unnamed (1)I remember what it was like coming back to Queensborough Community College for the first time in what felt like ages. In actuality, it had only been two years and change since I had set foot on campus but going back to work there felt much different. To be quite honest, I never expected to make a return and the fact that I did made me feel as if I had gone through a revolving door. My first day back was on Thursday, November 6th, 2014 and I was scheduled to begin work at 9AM for the Speech Communication & Theatre Arts Department as its college assistant.

I wanted to make a first impression (or thought my job required that I looked professional) as I remember wearing a gray dress shirt and tie with black pants and shoes. Little did I know that over time dressing up was useless as my manager, Veronica Manoo had me doing a lot of heavy lifting and cleaning. I was very taken aback by the amount of work that was cut out for me in regards to office maintenance but Veronica was very helpful in getting me acclimated to her system and how she ran the department.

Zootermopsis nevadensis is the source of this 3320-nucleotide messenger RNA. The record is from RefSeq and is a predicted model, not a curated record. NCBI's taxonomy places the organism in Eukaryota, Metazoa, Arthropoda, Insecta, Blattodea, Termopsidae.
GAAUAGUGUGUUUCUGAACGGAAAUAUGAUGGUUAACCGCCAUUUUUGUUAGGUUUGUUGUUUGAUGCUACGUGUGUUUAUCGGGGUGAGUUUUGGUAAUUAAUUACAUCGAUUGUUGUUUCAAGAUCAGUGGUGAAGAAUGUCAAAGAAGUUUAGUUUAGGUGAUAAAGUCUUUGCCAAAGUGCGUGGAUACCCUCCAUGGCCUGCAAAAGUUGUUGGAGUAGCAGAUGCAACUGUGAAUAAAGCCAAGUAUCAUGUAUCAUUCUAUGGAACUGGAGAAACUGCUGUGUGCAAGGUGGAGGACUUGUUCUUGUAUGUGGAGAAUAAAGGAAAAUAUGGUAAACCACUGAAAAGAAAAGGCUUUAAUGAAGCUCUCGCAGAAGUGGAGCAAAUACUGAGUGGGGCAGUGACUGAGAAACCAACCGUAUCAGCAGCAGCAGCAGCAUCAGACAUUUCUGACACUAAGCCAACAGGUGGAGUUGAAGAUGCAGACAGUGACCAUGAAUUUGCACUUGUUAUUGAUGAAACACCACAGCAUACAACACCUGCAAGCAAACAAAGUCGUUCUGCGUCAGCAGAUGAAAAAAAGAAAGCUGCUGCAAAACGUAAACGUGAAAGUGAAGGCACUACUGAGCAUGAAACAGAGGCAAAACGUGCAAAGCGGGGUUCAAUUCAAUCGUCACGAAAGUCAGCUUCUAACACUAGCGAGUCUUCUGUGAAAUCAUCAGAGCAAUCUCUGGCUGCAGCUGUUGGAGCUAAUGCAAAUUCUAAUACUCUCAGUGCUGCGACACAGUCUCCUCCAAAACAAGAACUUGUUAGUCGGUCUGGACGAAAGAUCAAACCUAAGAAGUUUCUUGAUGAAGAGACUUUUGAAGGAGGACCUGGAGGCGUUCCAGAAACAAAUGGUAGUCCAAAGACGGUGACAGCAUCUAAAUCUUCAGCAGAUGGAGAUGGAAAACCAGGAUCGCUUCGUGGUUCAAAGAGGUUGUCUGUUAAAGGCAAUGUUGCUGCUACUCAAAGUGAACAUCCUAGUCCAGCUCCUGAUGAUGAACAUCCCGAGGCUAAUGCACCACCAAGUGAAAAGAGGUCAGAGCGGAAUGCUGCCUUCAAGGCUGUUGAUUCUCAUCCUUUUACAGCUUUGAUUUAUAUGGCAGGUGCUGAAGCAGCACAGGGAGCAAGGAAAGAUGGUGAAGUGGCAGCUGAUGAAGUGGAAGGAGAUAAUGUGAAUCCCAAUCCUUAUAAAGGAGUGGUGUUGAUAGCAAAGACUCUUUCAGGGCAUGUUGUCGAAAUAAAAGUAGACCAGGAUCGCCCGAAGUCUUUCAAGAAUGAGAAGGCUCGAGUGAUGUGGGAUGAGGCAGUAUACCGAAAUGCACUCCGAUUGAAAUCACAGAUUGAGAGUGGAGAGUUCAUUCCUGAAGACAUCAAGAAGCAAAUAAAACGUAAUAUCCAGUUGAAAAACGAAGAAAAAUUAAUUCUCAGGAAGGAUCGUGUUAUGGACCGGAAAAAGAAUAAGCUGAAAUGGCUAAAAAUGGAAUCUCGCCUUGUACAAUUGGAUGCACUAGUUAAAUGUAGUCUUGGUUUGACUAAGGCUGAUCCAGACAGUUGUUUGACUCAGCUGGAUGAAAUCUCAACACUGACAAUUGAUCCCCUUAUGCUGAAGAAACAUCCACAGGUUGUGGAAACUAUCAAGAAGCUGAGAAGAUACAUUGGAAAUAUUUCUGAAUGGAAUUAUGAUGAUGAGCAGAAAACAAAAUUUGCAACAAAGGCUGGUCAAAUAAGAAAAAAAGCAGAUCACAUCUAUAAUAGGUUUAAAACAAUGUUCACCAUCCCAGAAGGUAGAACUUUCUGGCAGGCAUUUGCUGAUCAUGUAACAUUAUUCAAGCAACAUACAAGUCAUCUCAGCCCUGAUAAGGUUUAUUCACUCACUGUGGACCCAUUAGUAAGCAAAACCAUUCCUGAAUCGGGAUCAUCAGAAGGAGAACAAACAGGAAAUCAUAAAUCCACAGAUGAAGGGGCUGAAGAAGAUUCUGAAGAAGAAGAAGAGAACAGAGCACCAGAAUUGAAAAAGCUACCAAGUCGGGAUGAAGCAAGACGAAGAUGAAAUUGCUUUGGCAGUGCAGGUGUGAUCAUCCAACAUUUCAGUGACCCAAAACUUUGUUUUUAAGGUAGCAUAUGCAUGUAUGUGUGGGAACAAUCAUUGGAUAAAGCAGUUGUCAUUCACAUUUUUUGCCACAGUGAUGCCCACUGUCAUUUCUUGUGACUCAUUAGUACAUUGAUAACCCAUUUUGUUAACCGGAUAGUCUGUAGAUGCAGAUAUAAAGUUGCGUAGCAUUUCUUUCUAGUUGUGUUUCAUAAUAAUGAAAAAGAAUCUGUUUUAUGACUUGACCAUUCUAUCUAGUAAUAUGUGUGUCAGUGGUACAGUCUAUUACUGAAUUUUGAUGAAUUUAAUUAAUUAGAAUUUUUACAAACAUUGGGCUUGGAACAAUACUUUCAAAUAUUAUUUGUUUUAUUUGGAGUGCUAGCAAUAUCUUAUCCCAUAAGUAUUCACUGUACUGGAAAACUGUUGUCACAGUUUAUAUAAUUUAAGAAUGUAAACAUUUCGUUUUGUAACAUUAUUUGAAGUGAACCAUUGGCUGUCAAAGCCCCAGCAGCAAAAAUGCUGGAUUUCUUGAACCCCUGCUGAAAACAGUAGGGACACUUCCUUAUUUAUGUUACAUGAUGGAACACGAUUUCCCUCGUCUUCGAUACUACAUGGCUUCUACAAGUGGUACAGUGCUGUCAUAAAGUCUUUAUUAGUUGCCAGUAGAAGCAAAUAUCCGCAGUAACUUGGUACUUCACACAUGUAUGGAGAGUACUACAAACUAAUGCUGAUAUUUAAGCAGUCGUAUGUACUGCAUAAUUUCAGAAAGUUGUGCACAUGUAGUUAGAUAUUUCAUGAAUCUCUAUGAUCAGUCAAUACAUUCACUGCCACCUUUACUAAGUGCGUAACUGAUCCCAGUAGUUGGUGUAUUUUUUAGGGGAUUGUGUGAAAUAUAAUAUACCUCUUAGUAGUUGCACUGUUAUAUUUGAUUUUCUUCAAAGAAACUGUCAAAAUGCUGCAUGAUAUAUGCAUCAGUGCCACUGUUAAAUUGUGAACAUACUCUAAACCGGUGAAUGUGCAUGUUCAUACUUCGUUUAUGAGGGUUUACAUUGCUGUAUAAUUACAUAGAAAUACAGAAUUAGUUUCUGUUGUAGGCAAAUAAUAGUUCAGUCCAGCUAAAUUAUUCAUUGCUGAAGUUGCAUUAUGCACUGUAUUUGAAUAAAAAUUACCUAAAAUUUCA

Two months into my gig I was quite content with the job as it was pretty straight forward. It also didn’t hurt at the time that the pay was fair for a recent struggling grad as I was working damn near full-time punching in thirty hour weekly and making almost a thousand dollars every other week. Although the job wasn’t in my field of English I was comfortable enough at the time to stay a while longer while I continued to search for other positions.

However, a speed bump would occur a few months down the road as my weekly hours were reduced to half the amount I had been working from the moment I first started. For me, this was a shock because I naturally thought my pay would hover around the figure I was already making, but later on, I learned that the only reason I was afforded the luxury of working additional hours was because the college assistant before me quit in August of that year which allowed me to use up the hours that he hadn’t used as a result of his departure.

It was in that very moment that I realized the matter where I told myself I needed to get the hell out of there. As a recent college grad, the sudden reduction shocked me beyond capacity and made me take a step back to reevaluate why I had even gone to college.